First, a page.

The California African American Museum (CAAM) presents an exhibition that examines the life, art, and popularity of Ernie Barnes, who created some of the twentieth century’s most iconic images of African American life.
For fans of 1970s American television, Ernie Barnes’s (1938–2009) painting The Sugar Shack is likely familiar. The 1976 work depicting a dance scene—which was the cover art for Marvin Gaye’s album I Want You—achieved cult status by regularly appearing on the hit sitcom Good Times, inspiring a community of television viewers who discussed it after each episode.
Known for his unique “neo-mannerist” approach of presenting figures through elongated forms, he captured his observations of life growing up in North Carolina, playing professional football in the NFL (1960–1964), and living in Los Angeles. Ernie Barnes: A Retrospective includes examples of his paintings of entertainment and music, and also highlights how Barnes, the official artist of the 1984 Summer Olympic Games in Los Angeles, extensively represented athletes and sports.
Born July 15, 1938 in Durham, North Carolina during the height of the Jim Crow Era, Ernie Barnes lived in a section of the city called “The Bottom” with his parents and younger brother. Bullied as a child for being shy and sensitive, Barnes found solace in drawing. In his freshman year, a weightlifting coach put Barnes on a fitness program, which taught him effort and discipline. By his senior year at segregated Hillside High School in Durham, Barnes was captain of the football team and state champion in the shot put. He earned a full athletic scholarship to North Carolina College (now North Carolina Central University) where his art instructor, sculptor Ed Wilson, encouraged him to create images from his own life experiences.
In 1960, Barnes was one of thirty African Americans drafted into the National Football League, one of nine players selected that year from a Historically Black College and University. For five seasons, Barnes was an offensive lineman for the New York Titans, San Diego Chargers, and Denver Broncos. In 1965 New York Jets owner Sonny Werblin paid Barnes a season’s salary “to paint” and subsequently sponsored the first Ernie Barnes gallery exhibition. After the success of the show, Barnes retired from football at age twenty-eight and settled in Los Angeles to devote himself to art.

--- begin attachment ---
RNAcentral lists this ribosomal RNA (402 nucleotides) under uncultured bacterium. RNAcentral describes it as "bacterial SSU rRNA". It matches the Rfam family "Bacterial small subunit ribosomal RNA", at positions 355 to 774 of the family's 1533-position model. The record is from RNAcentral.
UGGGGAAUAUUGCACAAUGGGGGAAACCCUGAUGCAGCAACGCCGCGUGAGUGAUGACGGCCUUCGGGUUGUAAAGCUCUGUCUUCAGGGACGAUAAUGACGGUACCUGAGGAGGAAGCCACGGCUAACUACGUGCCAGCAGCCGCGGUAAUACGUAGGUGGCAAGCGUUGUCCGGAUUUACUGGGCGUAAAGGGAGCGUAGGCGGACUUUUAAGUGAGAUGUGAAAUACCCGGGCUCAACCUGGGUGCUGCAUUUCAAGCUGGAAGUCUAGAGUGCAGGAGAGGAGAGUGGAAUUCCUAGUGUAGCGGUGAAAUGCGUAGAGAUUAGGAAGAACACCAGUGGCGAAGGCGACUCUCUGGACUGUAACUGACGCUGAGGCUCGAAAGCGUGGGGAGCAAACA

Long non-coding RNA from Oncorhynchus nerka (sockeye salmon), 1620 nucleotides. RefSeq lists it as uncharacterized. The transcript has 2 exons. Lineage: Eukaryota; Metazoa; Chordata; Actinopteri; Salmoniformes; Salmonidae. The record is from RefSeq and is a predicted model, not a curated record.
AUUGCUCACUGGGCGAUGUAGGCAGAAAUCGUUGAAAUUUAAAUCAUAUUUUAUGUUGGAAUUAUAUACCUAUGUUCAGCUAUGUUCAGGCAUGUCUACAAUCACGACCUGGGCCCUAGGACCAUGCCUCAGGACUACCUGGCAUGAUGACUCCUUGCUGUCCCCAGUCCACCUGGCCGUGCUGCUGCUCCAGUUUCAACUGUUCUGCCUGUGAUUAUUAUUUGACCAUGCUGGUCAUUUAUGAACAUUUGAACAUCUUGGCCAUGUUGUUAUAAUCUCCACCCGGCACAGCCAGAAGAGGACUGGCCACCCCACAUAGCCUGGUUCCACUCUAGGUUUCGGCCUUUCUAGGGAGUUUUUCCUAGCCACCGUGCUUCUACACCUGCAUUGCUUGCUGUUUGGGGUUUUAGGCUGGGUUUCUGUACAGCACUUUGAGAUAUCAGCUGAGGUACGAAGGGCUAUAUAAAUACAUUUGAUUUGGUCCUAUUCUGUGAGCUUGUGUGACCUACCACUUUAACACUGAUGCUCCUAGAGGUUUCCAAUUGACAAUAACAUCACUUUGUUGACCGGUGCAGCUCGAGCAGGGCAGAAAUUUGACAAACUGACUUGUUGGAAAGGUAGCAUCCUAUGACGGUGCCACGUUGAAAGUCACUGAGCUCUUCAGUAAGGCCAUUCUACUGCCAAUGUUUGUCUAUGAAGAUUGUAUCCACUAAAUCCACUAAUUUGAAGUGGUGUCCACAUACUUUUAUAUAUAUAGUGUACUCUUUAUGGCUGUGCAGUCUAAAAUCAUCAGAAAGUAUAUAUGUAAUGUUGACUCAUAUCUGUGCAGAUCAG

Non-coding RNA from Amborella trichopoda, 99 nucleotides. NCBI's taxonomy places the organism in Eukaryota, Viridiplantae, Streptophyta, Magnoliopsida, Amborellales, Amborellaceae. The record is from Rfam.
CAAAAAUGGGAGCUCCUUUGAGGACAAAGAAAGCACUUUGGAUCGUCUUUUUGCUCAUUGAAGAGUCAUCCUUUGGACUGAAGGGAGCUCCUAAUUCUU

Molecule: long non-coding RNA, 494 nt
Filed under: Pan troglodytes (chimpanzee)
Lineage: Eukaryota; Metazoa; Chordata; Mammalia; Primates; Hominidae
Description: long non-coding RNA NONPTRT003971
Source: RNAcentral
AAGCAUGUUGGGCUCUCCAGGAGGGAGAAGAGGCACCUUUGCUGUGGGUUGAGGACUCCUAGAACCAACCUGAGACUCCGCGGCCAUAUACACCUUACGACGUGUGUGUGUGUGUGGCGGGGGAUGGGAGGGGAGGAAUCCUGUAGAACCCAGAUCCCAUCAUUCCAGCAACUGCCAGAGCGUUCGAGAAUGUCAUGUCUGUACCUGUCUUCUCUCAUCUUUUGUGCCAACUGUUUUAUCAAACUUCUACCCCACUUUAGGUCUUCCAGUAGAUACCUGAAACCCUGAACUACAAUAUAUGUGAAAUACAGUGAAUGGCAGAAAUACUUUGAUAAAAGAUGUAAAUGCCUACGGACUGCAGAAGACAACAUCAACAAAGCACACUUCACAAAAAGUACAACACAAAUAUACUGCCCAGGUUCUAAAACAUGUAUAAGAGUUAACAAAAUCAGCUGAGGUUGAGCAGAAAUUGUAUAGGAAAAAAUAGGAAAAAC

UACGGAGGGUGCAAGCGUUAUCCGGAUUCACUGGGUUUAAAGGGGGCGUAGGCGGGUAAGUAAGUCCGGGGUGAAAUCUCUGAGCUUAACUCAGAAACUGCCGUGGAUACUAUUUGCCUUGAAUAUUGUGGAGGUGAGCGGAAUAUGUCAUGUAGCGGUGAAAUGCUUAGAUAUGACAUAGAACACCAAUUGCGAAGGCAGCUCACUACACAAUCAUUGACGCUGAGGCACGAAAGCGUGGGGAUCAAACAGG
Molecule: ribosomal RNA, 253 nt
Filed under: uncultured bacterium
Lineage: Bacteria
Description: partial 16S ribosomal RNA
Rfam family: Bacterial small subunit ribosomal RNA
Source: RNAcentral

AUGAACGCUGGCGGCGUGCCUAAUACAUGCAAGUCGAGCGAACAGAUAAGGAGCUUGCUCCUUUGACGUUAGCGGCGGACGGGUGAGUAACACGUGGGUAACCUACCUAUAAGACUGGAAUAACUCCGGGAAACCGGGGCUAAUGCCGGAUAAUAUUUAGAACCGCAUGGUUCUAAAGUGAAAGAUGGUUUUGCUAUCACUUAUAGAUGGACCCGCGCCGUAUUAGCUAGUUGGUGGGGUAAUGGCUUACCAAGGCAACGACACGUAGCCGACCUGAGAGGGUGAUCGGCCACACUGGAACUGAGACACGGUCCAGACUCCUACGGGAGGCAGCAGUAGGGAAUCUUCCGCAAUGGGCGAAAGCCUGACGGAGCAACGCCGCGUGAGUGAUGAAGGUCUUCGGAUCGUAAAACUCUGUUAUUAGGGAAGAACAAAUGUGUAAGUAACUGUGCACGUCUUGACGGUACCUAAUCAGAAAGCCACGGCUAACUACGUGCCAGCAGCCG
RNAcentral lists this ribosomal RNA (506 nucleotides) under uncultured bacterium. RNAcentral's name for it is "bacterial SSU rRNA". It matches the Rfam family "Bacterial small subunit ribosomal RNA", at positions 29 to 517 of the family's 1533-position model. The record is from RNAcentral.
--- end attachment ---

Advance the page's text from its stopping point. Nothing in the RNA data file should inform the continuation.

His pride of North Carolina is evident in his artwork of pool halls, barbershops, porch ladies, church, street singers, sandlot games, and other memories of growing up in the South. His commentary on dance, music, sports, women, education, social justice, and everyday life continue to inspire viewers of all ages, races, religions, educational levels, and social statuses.
About the California African American Museum CAAM explores the art, history, and culture of African Americans, with an emphasis on California and the West. Chartered by the State of California in 1977, the Museum began formal operations in 1981 and is a state-supported agency and a Smithsonian Affiliate. In addition to presenting exhibitions and public programs, CAAM houses a permanent collection of more than four thousand works of art, artifacts, and historical documents, and a publicly accessible research library containing more than twenty thousand volumes.